Photographing Hares at the Badger Sett

It's been too long since I last saw a hare in the wild. I recall the last time being when walking through woodland around Marlborough, when we glimpsed two hares in a small clearing. They stood around a bit, before having a quick box and then scampered off into the trees.

So this morning I was very pleased to see four hares in an open field, again near Marlborough. In fact these hares were in the same field as the badger sett we have been following with camera traps for over three years now. We were at the sett collecting the camera trap this morning, when we were greeted by the sight of four hares scattered across the field. So after we had grabbed the camera trap, we headed into the field to see how close we could get.

At first, there were two hares clearly out in the open, so we set about getting photographs of them before they headed too far away for photos. But we then realised there were two more hares hunkered down in the grass much closer to where we were standing. So we attempted to get closer. After getting some good photos, the two hares got up and headed further up the field to join the other pair. Fantastic!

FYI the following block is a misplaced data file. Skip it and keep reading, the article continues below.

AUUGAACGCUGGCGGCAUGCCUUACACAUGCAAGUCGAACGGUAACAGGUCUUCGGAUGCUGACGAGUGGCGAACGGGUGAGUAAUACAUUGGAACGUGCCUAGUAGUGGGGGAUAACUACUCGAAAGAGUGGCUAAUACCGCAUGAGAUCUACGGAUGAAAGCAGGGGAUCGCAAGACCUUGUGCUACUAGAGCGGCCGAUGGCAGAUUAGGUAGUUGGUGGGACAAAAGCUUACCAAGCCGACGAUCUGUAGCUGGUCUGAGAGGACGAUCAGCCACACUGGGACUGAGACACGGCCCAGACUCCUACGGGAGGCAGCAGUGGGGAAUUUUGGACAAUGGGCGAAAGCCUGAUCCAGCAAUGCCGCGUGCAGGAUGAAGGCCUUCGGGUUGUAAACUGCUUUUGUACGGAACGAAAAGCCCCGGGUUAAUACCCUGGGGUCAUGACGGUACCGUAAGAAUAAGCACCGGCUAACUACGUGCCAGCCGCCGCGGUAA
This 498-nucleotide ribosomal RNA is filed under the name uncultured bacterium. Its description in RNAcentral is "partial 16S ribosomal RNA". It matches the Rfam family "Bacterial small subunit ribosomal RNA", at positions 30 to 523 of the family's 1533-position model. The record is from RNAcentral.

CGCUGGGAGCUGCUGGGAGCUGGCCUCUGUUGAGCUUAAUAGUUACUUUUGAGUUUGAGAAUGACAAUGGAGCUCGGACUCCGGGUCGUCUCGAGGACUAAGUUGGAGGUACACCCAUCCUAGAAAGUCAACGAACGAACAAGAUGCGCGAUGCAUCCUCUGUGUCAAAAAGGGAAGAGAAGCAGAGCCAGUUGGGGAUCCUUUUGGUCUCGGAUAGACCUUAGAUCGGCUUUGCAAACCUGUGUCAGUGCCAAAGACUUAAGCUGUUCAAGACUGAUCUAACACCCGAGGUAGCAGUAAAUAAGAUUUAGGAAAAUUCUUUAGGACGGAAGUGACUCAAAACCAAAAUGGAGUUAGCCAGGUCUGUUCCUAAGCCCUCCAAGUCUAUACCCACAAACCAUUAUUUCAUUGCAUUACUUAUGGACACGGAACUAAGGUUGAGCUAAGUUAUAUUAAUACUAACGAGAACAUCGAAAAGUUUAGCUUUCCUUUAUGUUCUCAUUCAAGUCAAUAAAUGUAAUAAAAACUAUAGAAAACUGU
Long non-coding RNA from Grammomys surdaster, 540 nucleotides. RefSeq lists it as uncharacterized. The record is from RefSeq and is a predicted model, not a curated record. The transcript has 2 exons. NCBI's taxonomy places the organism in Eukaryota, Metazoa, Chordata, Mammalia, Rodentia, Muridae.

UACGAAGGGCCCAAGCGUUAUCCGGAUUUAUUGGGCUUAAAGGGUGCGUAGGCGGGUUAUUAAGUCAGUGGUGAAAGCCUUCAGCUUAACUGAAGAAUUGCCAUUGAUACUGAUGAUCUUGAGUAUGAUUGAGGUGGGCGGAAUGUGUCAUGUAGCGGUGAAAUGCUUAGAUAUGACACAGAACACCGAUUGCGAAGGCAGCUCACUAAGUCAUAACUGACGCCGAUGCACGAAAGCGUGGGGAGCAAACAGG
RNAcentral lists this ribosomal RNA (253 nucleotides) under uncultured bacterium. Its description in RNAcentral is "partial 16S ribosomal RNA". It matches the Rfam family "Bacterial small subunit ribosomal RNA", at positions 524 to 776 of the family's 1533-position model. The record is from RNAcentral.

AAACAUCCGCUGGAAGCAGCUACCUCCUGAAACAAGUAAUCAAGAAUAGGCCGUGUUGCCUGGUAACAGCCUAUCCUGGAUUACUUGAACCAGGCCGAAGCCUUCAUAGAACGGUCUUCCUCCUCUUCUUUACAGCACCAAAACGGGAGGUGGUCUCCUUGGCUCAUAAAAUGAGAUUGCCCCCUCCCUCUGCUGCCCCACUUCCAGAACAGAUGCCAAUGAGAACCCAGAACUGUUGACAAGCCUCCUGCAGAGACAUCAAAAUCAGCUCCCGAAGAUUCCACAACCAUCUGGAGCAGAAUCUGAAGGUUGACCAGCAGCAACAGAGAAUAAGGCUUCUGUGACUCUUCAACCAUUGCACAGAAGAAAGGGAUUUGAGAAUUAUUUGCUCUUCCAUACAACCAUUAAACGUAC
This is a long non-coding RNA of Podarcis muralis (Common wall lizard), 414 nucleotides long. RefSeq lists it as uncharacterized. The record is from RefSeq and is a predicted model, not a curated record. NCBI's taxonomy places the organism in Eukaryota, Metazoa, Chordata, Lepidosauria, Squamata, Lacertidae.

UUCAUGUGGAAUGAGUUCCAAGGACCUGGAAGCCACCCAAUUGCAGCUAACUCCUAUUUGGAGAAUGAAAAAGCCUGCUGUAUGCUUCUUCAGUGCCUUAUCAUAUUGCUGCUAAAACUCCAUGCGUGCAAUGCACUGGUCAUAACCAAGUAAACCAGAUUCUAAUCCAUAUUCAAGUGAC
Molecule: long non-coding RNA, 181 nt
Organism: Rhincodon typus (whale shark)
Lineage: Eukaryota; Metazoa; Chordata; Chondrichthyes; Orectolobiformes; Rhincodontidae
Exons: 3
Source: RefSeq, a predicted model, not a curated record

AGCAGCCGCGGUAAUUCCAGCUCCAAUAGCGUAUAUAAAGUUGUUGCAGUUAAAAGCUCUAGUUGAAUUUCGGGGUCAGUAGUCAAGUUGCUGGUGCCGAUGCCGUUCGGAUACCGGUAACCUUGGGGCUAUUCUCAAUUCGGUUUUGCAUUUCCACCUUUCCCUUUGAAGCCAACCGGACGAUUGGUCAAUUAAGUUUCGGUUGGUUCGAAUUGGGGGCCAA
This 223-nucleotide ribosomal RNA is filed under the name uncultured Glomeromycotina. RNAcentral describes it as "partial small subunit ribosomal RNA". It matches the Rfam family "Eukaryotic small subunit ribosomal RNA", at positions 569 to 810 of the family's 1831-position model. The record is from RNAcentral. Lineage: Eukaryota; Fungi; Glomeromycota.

The pair of hares
The two hares hunkered down

But we weren't done yet. Whilst heading up the side of the field attempting to get closer to the hares, we had almost stepped on a bird carcass lying in the grass. I assume it's a Sparrowhawk kill, and it had been well fed on as well - only a wing and some bones remained on the floor. 

Sparrowhawk Kill (?)

So an unexpected encounter and an unexpected find, all from just taking a short walk in the countryside to collect a camera trap. Just goes to show it doesn't take much to see some great wildlife!


Popular posts from this blog

Conservation: Costa Rica Leading By Example after Deforestation Report

Extremadura: Raptors

Bird Ringing in Surrey